Your technology partner

Search for:

IMO III Code – What is it? and why is it important?

Tuesday February 2nd 2021

Written by PDMS Advisor Dick Welsh


What is it?

The IMO Instruments Implementation Code (aka III Code or IIIC) is the key instrument behind the IMO Member State Audit Scheme. It provides a Code that all Member States are audited against to assess capability and resources to satisfy international obligations in terms of Port State, Coastal State and Flag State.

The IMO Member State Audit Scheme (IMSAS) replaces the old voluntary audit scheme (VIMSAS) by bringing forward a mandatory audit scheme for Member States. The new mandatory scheme is wider in its remit whereas the voluntary scheme only assessed their Flag State capability.

Audits take place every seven years and are probably one of the greatest challenges facing all flag states requiring a great deal of effort and time to prepare.

For Flag States, there are three main sections that the III Code applies to:

Section 42:

A Flag State should, on a periodic basis, evaluate its performance with respect to the implementation of administrative processes, procedures and resources necessary to meet its obligations.

Section 43:

Measures to evaluate the performance of Flag States should include: port state control detention rates, flag state inspection results, casualty statistics, communication and information processes, annual loss statistics, and other performance indicators as may be appropriate, to determine whether staffing, resources and administrative procedures are adequate to meet its obligations.

Section 44:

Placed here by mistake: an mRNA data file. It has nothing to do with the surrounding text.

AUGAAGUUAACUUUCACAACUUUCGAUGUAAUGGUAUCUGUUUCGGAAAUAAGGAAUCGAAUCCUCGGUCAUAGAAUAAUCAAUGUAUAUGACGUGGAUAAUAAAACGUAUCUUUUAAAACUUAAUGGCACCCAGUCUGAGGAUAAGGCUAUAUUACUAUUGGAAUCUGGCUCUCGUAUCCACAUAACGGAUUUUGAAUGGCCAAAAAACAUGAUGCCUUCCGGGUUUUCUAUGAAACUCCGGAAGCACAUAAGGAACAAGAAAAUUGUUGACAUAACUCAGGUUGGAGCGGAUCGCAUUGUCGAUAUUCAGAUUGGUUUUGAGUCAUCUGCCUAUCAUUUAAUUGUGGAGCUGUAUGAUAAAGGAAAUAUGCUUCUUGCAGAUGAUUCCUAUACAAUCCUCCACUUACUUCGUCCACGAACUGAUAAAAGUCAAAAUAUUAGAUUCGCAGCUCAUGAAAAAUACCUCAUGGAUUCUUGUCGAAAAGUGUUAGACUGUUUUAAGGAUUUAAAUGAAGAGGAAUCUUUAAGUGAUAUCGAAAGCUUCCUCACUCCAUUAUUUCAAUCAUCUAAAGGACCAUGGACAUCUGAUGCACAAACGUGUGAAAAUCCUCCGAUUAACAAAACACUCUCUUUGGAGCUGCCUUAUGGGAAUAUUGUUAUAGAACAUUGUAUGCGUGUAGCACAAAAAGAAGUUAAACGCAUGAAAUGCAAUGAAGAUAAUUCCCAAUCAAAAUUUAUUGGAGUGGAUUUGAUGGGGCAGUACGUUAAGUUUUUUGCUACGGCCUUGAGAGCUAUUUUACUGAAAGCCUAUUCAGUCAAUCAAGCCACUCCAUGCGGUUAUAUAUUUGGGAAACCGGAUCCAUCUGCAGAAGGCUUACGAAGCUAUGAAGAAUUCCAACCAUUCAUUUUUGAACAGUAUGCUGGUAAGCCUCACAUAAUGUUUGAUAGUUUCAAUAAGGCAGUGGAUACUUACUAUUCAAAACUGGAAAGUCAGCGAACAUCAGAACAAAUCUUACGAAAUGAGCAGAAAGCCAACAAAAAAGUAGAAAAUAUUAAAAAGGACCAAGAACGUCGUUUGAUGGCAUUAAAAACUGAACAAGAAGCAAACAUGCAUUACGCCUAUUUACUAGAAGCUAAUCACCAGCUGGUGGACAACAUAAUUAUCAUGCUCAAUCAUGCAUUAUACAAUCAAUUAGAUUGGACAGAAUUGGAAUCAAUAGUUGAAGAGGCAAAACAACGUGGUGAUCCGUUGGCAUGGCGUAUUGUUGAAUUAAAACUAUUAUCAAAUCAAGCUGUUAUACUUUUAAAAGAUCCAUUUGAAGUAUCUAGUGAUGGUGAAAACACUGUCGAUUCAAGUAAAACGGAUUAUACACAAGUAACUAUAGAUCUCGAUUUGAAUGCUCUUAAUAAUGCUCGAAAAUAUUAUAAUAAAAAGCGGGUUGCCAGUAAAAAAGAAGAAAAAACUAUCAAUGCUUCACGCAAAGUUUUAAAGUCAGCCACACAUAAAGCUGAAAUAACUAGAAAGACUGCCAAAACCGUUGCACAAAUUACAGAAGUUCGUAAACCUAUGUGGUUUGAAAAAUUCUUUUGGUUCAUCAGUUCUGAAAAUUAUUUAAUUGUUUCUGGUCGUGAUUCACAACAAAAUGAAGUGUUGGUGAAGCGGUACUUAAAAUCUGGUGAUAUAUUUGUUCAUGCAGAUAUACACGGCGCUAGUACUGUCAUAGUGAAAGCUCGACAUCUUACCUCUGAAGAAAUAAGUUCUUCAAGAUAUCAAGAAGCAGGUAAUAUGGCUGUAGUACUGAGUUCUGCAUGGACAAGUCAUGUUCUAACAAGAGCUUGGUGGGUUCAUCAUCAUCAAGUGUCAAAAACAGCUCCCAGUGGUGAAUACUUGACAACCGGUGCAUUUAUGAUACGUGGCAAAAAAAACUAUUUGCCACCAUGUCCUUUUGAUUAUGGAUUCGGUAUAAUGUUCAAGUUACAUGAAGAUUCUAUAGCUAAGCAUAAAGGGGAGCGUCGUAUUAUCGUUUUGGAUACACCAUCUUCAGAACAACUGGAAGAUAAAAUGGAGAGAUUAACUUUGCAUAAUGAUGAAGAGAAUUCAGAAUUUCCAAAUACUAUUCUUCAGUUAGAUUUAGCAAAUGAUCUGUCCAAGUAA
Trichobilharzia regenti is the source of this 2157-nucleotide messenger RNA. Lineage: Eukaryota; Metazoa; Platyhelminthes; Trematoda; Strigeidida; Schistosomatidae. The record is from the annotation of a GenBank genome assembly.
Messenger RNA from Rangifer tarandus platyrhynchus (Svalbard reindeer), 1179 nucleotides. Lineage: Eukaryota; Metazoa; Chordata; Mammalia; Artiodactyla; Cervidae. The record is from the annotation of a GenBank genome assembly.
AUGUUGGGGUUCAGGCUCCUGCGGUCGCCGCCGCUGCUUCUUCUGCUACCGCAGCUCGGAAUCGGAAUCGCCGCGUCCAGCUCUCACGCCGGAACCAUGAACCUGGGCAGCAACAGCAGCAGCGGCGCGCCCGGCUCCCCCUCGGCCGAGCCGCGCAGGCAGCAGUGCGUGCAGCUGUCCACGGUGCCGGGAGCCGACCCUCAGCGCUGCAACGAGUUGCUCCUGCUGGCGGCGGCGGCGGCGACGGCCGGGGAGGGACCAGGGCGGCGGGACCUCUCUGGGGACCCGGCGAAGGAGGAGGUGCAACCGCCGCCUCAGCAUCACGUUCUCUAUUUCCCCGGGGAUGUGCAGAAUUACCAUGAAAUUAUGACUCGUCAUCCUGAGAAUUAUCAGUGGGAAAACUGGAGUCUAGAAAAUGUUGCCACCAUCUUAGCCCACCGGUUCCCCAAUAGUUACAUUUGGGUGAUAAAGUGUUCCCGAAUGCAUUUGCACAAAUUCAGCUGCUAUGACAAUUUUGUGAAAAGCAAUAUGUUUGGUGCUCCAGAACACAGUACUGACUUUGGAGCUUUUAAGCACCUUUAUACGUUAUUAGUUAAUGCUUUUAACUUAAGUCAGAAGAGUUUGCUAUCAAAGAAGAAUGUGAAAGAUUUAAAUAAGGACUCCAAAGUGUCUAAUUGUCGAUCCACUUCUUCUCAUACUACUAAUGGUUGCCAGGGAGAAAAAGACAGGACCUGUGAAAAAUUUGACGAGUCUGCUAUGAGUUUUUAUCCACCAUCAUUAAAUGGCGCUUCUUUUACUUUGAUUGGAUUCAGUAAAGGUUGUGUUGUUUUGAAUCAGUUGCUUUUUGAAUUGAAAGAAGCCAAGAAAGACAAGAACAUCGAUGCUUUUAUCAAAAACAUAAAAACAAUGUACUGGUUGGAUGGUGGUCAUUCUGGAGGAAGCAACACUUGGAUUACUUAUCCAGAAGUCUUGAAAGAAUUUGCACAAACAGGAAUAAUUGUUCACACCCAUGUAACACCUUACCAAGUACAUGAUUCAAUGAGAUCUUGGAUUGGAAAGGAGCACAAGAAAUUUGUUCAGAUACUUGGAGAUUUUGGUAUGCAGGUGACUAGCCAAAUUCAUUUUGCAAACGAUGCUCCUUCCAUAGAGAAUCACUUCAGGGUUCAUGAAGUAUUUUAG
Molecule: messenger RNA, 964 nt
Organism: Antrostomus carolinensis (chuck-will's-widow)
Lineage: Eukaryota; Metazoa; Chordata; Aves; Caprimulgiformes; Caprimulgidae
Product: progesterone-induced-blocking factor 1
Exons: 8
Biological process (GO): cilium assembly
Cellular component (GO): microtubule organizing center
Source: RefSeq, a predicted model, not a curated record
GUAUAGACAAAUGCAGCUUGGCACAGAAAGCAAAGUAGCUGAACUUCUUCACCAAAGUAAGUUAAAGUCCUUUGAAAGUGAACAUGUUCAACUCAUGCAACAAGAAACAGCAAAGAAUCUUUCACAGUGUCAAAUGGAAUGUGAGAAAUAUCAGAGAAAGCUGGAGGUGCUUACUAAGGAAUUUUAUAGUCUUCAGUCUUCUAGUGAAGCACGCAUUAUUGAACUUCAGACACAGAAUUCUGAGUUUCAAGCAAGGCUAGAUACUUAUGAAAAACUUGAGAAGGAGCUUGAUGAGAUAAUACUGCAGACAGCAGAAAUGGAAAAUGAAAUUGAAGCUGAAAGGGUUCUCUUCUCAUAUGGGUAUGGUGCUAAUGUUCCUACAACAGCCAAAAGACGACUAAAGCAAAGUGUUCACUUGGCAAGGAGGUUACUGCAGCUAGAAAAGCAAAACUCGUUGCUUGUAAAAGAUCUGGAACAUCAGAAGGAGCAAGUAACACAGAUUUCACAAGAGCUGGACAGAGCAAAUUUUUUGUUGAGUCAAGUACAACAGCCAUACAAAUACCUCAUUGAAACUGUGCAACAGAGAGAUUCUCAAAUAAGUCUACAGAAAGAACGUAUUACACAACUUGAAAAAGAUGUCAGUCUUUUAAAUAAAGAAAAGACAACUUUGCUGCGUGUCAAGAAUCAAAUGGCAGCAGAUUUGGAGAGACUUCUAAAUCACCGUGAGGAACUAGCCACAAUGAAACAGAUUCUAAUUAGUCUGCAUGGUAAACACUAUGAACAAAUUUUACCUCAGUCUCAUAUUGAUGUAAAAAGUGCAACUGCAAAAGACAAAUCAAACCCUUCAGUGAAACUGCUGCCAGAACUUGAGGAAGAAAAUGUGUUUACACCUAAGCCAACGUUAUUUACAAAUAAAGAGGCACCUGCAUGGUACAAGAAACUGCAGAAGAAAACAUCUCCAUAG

Areas recommended to be regularly reviewed may include:

  1. Fleet loss and accident ratios to identify trends over selected time periods
  2. The number of verified cases of detained ships in relation to the numbers of inspections and the size of the fleet
  3. The number of verified cases of incompetence or wrongdoing by individuals holding certificates or endorsements issued under its authority
  4. Responses to port state deficiency reports or interventions
  5. Investigations into very serious and serious casualties, lessons learned from them and time taken to publish
  6. Technical and other resources committed
  7. Results of inspections, surveys and controls of the ships in the fleet
  8. Investigation of occupational accidents
  9. The number of incidents and violations that occur under the applicable international maritime pollution prevention regulations
  10. The number of suspensions or withdrawals of certificates, endorsements, approvals, etc.

Container ships in port

Why is it important?

IMSAS is an initiative by IMO to ensure that all of its Member States can fulfil their international obligations. It came about in response to criticisms that Flag States could facilitate sub-standard shipping by not playing their part in safety, pollution prevention, and welfare of seafarers. IMSAS is intended to get all states to perform at an equal level that allows for them to operate effectively and uphold IMO’s reputation and leadership role as the global regulator of shipping.